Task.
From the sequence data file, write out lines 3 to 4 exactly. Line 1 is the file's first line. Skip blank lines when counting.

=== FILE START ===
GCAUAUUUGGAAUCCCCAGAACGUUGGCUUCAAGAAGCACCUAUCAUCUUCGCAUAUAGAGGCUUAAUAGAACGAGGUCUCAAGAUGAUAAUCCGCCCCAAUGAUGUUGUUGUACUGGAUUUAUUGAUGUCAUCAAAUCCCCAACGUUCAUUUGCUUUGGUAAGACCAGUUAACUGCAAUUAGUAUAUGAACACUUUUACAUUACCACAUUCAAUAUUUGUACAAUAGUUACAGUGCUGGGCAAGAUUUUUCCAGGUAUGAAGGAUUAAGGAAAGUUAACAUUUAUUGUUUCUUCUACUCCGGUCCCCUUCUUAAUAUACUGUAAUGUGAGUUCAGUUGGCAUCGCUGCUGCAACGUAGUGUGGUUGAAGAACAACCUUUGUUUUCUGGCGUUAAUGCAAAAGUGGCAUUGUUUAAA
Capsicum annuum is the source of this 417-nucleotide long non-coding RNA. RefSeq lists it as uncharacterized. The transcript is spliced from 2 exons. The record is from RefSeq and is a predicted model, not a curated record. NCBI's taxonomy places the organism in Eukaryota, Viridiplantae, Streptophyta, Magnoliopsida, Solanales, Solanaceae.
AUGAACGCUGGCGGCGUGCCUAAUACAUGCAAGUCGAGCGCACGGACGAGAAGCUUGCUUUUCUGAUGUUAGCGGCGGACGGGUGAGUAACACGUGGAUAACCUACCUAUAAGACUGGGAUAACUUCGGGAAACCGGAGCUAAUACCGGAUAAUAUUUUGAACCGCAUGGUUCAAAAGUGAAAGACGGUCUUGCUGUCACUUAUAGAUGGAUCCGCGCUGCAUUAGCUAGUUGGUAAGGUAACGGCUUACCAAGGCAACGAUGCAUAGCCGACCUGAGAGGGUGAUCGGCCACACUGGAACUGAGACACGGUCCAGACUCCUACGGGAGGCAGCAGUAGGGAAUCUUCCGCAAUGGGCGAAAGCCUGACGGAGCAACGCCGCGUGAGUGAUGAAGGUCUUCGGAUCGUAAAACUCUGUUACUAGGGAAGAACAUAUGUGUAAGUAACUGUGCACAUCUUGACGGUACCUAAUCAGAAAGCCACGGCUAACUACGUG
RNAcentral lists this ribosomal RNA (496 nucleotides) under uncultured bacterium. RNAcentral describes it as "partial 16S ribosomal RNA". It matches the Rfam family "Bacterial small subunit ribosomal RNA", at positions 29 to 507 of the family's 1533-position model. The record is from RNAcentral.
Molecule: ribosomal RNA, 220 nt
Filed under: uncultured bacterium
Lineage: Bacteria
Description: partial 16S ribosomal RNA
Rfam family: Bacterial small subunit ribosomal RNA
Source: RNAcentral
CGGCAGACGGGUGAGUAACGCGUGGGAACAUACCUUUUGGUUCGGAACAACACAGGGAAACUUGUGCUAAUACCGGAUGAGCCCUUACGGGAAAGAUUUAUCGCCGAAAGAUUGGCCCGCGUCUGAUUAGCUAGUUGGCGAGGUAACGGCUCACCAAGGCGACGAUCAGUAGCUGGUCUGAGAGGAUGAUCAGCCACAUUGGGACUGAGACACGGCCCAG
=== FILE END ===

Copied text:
AUGAACGCUGGCGGCGUGCCUAAUACAUGCAAGUCGAGCGCACGGACGAGAAGCUUGCUUUUCUGAUGUUAGCGGCGGACGGGUGAGUAACACGUGGAUAACCUACCUAUAAGACUGGGAUAACUUCGGGAAACCGGAGCUAAUACCGGAUAAUAUUUUGAACCGCAUGGUUCAAAAGUGAAAGACGGUCUUGCUGUCACUUAUAGAUGGAUCCGCGCUGCAUUAGCUAGUUGGUAAGGUAACGGCUUACCAAGGCAACGAUGCAUAGCCGACCUGAGAGGGUGAUCGGCCACACUGGAACUGAGACACGGUCCAGACUCCUACGGGAGGCAGCAGUAGGGAAUCUUCCGCAAUGGGCGAAAGCCUGACGGAGCAACGCCGCGUGAGUGAUGAAGGUCUUCGGAUCGUAAAACUCUGUUACUAGGGAAGAACAUAUGUGUAAGUAACUGUGCACAUCUUGACGGUACCUAAUCAGAAAGCCACGGCUAACUACGUG
RNAcentral lists this ribosomal RNA (496 nucleotides) under uncultured bacterium. RNAcentral describes it as "partial 16S ribosomal RNA". It matches the Rfam family "Bacterial small subunit ribosomal RNA", at positions 29 to 507 of the family's 1533-position model. The record is from RNAcentral.